The Snow Pro: Avalanche forecaster Drew Hardesty sets his intentions for success

Knowledge is power and, in the mountains, it leads to powder. But getting there and doing it safely takes time, practice and lessons both formal and not. And this year’s Skills Guide is a platform from which to dip a toe into the off piste, the impetus to dive headlong into a backcountry education or an opportunity to refresh and rethink personal processes. Because no matter your background, there’s always more to learn. And, just like traveling through the mountains, there’s pleasure in the pursuit.

Drew Hardesty is a long-time forecaster with the Utah Avalanche Center and climbing ranger in Grand Teton National Park. Here, he muses on how setting the right goals and intentions for the day will help define safety parameters for any objective.

Drew Hardesty contemplates Buddhism, groupthink and how much avocado to include on his turkey sandwich. [Photo] Mattias Fredriksson

On Learning

Years ago, I was skiing with a wife of an old mentor of mine—the danger that day was considerable. We had no intention of skiing anything crazy; we were just working ridgelines. We were on Gobbler’s Knob above a ridge, and I had ripped my skins, but my partner had not fully transitioned. So I figured I would work my way down the ridge to get a head start and check things out. I had to work through some wind whales and trees, so I thought that if I ducked off the ridge, I could avoid the nuisance. As I dropped down onto the 22-degree slope, I heard the thunderclap—I had collapsed the hard slab onto the facets below, and I was at the top of an avalanche three to five feet deep and 500 feet wide. I knew the avalanche was unwitnessed, because my partner was still at the top. So I started swimming over to a tree—I knew I couldn’t be buried. I was ripped off that tree and grabbed another tree and was ripped off again, but by that time the avalanche had slowed to the point where I was left on top. There’s an old joke: “The only way to make God laugh is to appraise him of your plans.” Never underestimate the propagation potential of a hard slab over faceted snow. Don’t be lazy with communication, and remember that you have a partner for a reason.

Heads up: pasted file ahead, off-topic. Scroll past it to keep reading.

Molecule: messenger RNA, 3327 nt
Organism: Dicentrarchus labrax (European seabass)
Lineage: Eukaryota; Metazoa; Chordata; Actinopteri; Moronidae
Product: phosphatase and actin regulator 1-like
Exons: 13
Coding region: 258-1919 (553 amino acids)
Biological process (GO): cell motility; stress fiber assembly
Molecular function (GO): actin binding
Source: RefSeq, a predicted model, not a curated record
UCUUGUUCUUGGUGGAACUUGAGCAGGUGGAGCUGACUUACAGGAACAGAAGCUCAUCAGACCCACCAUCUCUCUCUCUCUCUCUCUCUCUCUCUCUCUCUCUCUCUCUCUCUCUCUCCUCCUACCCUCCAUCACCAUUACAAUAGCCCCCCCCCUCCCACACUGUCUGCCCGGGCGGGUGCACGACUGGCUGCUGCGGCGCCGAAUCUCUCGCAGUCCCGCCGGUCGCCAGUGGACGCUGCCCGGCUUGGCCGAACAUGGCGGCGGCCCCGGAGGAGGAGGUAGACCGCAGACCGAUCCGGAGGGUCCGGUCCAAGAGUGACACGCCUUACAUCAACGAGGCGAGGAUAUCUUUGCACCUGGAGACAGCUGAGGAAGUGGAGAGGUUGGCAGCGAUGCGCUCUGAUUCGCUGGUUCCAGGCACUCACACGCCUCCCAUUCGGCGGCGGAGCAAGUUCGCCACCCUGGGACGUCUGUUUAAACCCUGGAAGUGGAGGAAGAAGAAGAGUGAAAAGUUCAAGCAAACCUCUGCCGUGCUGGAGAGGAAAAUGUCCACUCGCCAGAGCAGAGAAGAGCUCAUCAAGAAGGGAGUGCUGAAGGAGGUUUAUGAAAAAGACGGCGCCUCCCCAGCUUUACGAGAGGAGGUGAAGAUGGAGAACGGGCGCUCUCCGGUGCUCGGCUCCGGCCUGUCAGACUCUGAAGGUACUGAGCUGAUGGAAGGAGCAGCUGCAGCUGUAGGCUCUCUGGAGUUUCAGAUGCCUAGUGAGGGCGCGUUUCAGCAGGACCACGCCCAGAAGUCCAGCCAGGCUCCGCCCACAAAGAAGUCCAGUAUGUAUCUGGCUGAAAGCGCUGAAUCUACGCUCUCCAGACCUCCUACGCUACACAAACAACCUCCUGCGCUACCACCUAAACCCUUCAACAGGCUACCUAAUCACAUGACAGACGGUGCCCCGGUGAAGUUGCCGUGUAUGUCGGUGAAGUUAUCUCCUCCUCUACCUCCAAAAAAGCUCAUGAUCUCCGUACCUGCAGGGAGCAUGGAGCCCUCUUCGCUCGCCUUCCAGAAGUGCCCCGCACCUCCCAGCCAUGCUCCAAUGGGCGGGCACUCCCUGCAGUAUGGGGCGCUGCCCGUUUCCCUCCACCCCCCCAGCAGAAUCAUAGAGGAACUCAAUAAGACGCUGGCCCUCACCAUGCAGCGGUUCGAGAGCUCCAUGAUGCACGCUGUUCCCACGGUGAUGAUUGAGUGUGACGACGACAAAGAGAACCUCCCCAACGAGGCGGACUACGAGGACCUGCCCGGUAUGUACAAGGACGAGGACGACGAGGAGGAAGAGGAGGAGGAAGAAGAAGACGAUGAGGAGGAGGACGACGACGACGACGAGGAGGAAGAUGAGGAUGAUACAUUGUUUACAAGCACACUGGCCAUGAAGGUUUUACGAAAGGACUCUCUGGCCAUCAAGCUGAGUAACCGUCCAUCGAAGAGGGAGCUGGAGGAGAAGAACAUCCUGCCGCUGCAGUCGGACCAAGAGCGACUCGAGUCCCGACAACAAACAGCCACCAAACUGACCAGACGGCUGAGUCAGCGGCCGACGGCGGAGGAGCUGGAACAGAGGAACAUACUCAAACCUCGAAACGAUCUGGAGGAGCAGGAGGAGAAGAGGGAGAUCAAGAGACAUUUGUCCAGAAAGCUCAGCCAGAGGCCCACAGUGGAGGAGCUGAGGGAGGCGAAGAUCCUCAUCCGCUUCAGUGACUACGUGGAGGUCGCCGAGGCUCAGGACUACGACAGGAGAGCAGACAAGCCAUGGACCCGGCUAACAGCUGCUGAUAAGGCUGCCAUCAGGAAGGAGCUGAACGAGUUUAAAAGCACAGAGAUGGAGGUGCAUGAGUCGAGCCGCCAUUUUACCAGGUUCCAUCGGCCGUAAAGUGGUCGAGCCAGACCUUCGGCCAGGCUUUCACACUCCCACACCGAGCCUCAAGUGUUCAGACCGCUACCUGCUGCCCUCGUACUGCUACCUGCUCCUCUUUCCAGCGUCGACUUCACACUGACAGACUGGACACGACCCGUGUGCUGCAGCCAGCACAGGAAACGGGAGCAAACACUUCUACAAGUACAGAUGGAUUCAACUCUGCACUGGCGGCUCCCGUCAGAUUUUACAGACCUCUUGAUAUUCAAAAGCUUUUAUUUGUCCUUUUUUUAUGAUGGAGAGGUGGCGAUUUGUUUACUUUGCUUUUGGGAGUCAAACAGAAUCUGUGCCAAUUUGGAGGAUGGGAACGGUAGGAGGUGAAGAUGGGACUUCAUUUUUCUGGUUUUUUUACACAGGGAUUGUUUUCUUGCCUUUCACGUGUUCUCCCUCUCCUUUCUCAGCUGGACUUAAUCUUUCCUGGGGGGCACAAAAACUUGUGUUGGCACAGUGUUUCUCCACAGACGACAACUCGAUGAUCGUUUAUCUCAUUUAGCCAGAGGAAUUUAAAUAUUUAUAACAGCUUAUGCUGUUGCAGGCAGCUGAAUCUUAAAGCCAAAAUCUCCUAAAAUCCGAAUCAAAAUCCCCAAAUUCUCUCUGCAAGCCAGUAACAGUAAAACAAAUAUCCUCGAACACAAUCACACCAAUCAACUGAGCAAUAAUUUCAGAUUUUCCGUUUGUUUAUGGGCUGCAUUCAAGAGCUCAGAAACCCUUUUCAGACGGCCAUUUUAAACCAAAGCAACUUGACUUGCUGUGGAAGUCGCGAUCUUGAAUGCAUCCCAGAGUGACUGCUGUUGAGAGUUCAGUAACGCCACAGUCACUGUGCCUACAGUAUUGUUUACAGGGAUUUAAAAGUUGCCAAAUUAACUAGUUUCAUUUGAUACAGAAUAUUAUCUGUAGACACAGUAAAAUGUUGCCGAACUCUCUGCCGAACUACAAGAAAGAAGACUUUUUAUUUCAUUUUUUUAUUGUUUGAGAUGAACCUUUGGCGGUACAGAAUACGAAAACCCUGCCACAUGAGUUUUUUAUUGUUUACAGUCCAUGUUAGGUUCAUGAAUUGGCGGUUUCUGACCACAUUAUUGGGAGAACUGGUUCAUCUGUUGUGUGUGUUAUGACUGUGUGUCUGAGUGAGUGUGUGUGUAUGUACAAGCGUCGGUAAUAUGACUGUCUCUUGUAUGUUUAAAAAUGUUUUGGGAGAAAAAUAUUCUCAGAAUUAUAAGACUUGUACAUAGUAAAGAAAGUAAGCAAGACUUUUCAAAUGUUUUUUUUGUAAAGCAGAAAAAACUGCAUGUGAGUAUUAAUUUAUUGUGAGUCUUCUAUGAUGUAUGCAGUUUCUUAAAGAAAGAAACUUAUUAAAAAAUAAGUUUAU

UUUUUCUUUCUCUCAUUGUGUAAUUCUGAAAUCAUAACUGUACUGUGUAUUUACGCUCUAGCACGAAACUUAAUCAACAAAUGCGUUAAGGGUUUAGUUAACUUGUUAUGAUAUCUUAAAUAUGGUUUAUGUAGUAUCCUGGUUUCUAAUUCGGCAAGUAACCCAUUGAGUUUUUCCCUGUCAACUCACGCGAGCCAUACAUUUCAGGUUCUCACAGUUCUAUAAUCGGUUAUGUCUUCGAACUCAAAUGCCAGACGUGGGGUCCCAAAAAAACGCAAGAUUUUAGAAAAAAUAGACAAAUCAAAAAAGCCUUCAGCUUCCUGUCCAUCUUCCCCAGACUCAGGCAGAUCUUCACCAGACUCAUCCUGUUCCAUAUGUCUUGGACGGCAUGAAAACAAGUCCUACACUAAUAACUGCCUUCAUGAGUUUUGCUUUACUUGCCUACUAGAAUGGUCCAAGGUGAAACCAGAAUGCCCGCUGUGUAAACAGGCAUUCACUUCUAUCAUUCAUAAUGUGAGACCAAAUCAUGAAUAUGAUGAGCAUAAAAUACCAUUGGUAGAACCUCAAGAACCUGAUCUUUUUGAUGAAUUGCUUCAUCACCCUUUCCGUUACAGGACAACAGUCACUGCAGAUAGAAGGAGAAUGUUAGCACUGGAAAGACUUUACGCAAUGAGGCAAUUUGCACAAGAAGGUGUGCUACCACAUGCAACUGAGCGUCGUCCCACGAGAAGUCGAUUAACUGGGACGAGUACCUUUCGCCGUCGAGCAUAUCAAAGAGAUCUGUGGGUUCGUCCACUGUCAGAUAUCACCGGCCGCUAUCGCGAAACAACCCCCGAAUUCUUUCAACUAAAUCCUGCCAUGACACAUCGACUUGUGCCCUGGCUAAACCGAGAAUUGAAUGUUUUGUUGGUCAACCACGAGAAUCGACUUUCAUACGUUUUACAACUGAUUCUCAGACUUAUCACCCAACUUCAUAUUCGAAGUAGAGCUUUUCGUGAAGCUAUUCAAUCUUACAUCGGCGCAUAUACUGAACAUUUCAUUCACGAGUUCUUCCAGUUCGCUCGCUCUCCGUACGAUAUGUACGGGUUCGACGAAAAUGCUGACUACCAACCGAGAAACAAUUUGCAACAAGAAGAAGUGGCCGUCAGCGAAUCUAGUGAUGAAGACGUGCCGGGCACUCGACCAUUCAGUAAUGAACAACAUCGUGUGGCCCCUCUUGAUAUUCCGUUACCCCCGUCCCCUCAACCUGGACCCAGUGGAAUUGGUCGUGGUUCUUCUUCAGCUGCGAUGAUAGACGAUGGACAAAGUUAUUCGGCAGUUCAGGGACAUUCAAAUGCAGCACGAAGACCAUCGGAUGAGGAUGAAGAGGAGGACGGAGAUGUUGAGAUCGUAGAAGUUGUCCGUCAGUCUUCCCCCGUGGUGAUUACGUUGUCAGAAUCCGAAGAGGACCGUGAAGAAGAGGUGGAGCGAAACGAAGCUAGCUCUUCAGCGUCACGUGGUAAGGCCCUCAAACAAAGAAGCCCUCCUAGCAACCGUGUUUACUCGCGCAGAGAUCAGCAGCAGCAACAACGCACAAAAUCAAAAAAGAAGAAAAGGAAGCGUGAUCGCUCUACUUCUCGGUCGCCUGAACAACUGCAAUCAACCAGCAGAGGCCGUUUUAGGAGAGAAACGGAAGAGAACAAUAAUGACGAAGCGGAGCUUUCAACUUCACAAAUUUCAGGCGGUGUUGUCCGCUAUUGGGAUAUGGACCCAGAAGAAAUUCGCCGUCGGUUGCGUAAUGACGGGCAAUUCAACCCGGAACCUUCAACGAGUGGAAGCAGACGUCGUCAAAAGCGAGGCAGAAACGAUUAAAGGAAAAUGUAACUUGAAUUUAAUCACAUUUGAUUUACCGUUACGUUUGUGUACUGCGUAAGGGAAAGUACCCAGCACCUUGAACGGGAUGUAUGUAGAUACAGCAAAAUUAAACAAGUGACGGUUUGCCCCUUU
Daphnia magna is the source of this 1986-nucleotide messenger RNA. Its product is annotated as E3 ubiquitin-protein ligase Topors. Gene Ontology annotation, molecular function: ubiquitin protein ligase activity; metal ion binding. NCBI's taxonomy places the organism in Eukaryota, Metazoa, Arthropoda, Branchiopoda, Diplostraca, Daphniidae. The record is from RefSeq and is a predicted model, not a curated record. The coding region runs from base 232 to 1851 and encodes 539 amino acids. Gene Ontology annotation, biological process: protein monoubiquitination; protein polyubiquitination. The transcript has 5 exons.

Utah Avalanche Center forecaster Drew Hardesty cuts to the chase. [Photo] Mattias Fredriksson

On Risk

Risk is related to whom you are skiing for. Are you skiing for yourself or are you skiing with your friends and family in mind? You need to understand how your decisions affect the community at large. Then there’s the added level of when I’m on the clock. If that’s the case, I’m skiing for the government and my job, and I need to make more conservative decisions.

On Turning Around

Noah Howell has a great perspective, and I’ll paraphrase: “We all have the same goal, and that’s to get back to the truck at the end of the day.” In terms of decision making, if you start with a foundation of uncertainties and build on top of that with other variables, you need to be clear about how shaky that foundation is [in order to] judge when your objective is no longer a good idea.

On Trip Prep

This is predicated on the Buddhist idea of the Noble Eightfold Path. You have to have the right objective at the right time with the right weather, the right avalanche conditions, the right partner and the right mindset. All of these things need to come together for planning a trip.

On Skills

I think really important skills to have are honesty and backbone, because we all suffer from varying degrees of ego. There are pitfalls like groupthink and disagreeing with the forecast or not wanting to hold the group up. But you have to be your own person, speak your mind and have the honesty and backbone to say, “You guys think the snowpack looks like this, but I think it looks like that.”

On Snacks

I’m all about the turkey-avocado sandwich and water. I like baked goods, but I can’t bake to save my life.


  1. Yawn. Another Tennessee mt. avi expert. Ugh

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